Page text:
Try this: Close your eyes. Breathe. Now, just substitute some slang expression for sex instead of the word "know" in Genesis 4:1 and you will see how silly the idea is. Old Testament writers never thought or wrote in those terms.  The Bible never gives any details about sexual acts (minus the Song of Solomon…holla!). The only clear Hebrew term for sexual acts is "to lie with," which is left without any further explanation. I know when I have sex, I don’t “lie” there. So that’s weird, too. Scripture can be confusing. I’ll try to help make it clearer.

Let’s examine the actual story. In Genesis 19:5, the word YADA was used to express the request of the people of Sodom that Lot should bring out the strangers in his house so that they could know who they were.  But there is more to it than that. There were real cultural and political issues at the time that caused this reaction. You need to first understand that Sodom was a tiny, little bitty fortress in the barren wasteland south of the Dead Sea. If you weren’t from there, you generally weren’t there. You weren’t welcome there. Think of it in current terms of Israel and Palestine, or maybe in terms of rival gangs in big cities. The only strangers that the people of Sodom ever saw were enemy tribes who wanted to destroy and take over their valuable fortress and the trade routes that it protected.  Even Lot himself was an alien in their midst. He was Jewish, and well off, and a great man and trader. He was a successful business man there, but he was an outsider.

Do you, Reader, begin to understand some of the climate? Also, what does “know” mean there? So, was it to understand who these strangers were and possibly hurt them? Probably, it was to ask why there were strangers welcomed on their “turf” and to possibly hurt them. Even less likely, but still a valid question due to wording and translation issues is: Was it to “get off” because they were gay and wanted to just have sex with them or rape them? If that was part of the torture, yes. It is more doubtful this was the only intent, but the next passage certainly makes it seem so.

Personally, I don’t like the next part. From the conservative standpoint, it partly undermines my point, unless you read it, process it, and understand the way that people punished and humiliated strangers and men in those times. Granted, the mob assembled was clearly upset about something. And they did ask for the strangers (angels). And in those days, hurting and humiliating different tribes, cultures, and men on those days was rough. Cutting to the chase, it was through anal rape. Through stripping and beating and raping. So, then… it is not entirely implausible that this is a part of their request to Lot. But not just through the word “know”. You have to know some history, and the context. This wasn’t just in Sodom. This was common in the era. Spartans, Romans, Greeks, and Jews alike used anal rape as punishment. Again, I understand the culture of the time, but what I hate is the next part:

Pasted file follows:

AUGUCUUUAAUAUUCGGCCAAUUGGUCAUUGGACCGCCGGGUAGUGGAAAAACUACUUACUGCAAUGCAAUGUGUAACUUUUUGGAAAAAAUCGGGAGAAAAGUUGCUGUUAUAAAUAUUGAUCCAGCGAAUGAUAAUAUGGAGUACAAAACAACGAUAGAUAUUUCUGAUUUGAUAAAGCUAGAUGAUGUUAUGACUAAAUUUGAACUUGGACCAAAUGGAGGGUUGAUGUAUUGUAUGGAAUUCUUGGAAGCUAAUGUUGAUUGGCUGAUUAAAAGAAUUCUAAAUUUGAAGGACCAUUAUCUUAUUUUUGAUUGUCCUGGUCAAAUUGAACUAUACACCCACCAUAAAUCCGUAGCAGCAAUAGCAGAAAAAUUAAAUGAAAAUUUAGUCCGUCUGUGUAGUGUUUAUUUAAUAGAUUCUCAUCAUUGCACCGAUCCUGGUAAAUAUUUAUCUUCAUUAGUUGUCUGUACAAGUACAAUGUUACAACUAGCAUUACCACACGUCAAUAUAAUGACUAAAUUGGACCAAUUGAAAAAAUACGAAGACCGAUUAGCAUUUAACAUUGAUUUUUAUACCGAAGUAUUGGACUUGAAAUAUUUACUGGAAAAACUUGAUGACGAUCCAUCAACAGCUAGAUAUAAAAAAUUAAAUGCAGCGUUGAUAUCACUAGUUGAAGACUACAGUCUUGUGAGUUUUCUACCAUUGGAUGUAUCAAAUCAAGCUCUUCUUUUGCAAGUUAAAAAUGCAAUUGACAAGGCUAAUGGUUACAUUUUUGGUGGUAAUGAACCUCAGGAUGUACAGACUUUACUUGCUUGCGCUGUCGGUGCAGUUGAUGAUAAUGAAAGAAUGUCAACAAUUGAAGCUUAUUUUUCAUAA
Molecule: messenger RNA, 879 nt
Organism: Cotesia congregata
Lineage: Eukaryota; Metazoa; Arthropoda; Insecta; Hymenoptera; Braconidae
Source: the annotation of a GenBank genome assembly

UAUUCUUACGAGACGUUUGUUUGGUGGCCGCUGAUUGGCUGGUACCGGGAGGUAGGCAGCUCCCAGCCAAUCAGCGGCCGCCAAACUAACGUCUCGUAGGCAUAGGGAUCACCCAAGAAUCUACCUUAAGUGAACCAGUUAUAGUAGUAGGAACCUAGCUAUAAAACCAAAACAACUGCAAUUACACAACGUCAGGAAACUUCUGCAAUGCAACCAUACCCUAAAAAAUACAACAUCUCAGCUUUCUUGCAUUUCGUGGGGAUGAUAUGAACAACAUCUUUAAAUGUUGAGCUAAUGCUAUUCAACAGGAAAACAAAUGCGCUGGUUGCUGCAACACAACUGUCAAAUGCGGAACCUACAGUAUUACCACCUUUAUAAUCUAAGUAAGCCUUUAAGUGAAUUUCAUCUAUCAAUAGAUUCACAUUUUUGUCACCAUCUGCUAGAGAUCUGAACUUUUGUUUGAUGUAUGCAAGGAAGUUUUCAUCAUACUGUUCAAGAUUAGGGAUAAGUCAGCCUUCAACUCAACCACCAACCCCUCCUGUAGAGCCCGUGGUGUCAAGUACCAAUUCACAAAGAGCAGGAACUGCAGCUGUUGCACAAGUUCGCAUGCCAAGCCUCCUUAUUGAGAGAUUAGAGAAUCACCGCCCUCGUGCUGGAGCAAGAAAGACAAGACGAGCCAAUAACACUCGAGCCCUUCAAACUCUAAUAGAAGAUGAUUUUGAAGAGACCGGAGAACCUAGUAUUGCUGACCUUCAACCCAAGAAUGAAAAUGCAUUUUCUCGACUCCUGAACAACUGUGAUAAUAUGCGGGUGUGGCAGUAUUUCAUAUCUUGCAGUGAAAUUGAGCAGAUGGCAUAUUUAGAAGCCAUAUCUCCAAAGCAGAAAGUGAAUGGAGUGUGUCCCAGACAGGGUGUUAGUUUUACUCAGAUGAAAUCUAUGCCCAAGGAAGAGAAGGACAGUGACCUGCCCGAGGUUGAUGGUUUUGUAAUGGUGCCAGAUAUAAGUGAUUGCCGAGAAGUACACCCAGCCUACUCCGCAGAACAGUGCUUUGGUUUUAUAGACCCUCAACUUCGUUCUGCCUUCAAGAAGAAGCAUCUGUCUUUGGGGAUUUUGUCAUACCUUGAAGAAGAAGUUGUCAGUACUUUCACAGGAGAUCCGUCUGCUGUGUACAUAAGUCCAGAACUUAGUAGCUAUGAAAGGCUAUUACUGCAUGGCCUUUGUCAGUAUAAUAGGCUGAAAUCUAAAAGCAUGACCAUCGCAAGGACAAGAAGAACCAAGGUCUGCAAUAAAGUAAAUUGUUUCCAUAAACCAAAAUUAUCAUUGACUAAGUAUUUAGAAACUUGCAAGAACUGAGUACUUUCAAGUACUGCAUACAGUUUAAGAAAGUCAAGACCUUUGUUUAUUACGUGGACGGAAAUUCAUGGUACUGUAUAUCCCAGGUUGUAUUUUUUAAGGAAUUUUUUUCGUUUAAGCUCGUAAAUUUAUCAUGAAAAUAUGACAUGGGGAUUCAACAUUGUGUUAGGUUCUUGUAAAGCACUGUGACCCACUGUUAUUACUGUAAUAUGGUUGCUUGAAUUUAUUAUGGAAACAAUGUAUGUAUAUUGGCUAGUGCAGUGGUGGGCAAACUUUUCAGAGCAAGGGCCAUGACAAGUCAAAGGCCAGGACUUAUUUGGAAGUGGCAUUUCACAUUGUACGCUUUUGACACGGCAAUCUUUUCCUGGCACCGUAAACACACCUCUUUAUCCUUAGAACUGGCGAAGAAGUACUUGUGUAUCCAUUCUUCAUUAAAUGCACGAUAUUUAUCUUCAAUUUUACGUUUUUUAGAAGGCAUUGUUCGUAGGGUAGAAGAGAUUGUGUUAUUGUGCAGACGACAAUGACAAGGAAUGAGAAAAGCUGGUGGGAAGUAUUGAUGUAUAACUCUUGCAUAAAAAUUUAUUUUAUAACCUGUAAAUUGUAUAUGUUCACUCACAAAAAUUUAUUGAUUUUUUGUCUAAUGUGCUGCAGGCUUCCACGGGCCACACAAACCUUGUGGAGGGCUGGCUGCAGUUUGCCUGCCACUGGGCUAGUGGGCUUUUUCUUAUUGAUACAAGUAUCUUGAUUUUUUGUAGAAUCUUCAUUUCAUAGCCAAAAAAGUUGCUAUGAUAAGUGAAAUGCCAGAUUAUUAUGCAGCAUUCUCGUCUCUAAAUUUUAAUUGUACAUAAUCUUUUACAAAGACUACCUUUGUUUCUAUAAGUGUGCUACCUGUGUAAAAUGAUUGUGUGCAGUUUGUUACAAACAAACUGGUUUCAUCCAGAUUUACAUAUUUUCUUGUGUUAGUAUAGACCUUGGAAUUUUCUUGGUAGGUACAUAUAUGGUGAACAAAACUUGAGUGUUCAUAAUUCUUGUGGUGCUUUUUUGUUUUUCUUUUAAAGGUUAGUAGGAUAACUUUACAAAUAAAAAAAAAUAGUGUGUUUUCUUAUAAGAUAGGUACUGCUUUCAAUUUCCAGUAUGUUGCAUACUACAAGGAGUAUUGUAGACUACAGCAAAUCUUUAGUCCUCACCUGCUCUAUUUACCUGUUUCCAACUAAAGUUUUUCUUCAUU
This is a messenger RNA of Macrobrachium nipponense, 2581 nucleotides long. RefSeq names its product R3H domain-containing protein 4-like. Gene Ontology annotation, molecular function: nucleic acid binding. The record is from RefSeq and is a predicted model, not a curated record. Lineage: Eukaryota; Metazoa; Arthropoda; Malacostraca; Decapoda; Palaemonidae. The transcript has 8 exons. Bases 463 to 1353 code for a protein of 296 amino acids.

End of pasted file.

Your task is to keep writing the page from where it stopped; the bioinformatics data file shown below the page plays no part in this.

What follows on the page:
I don’t really “get” the answer Lot gave. Lot's astounding and inexplicable (to me) response to the request was to offer his young daughters to the men. That’s why I hate this story, I hate Lot’s response, and I hate the entire cultural situation this story has caused - It was the whole daughter thing. The town got riled up, created a mob, and wanted to punish the strangers, and Lot offers them his kids. So, if it was a gay thing, and Sodom men just have sex with men, why would a daughter suffice for punishment of a foreigner in their midst entertaining other foreigners? Honestly, this is where I began understanding the “inhospitality” defense. And to be honest, Lot’s answer was an offer that seems to me to be far more reprehensible than any problem of sexual orientation. Again, I ask the question, if those men were homosexual, why did Lot offer to give them his daughters?  These hostile and violent people were heterosexual, and homosexual orientation had nothing to do with the incident. I still think Lot should have been struck dead for giving that crowd his children. Sorry, God, but that was just crossing the line to me.

Hmmm… Are you still with me, Reader? Yeah, you are. Well, then, Michael… If this isn’t the case, then why is anal intercourse now termed as sodomy? Partially because people just ended up attributing it incorrectly. People make stupid choices and there are many things that end up in the vernacular that never should have…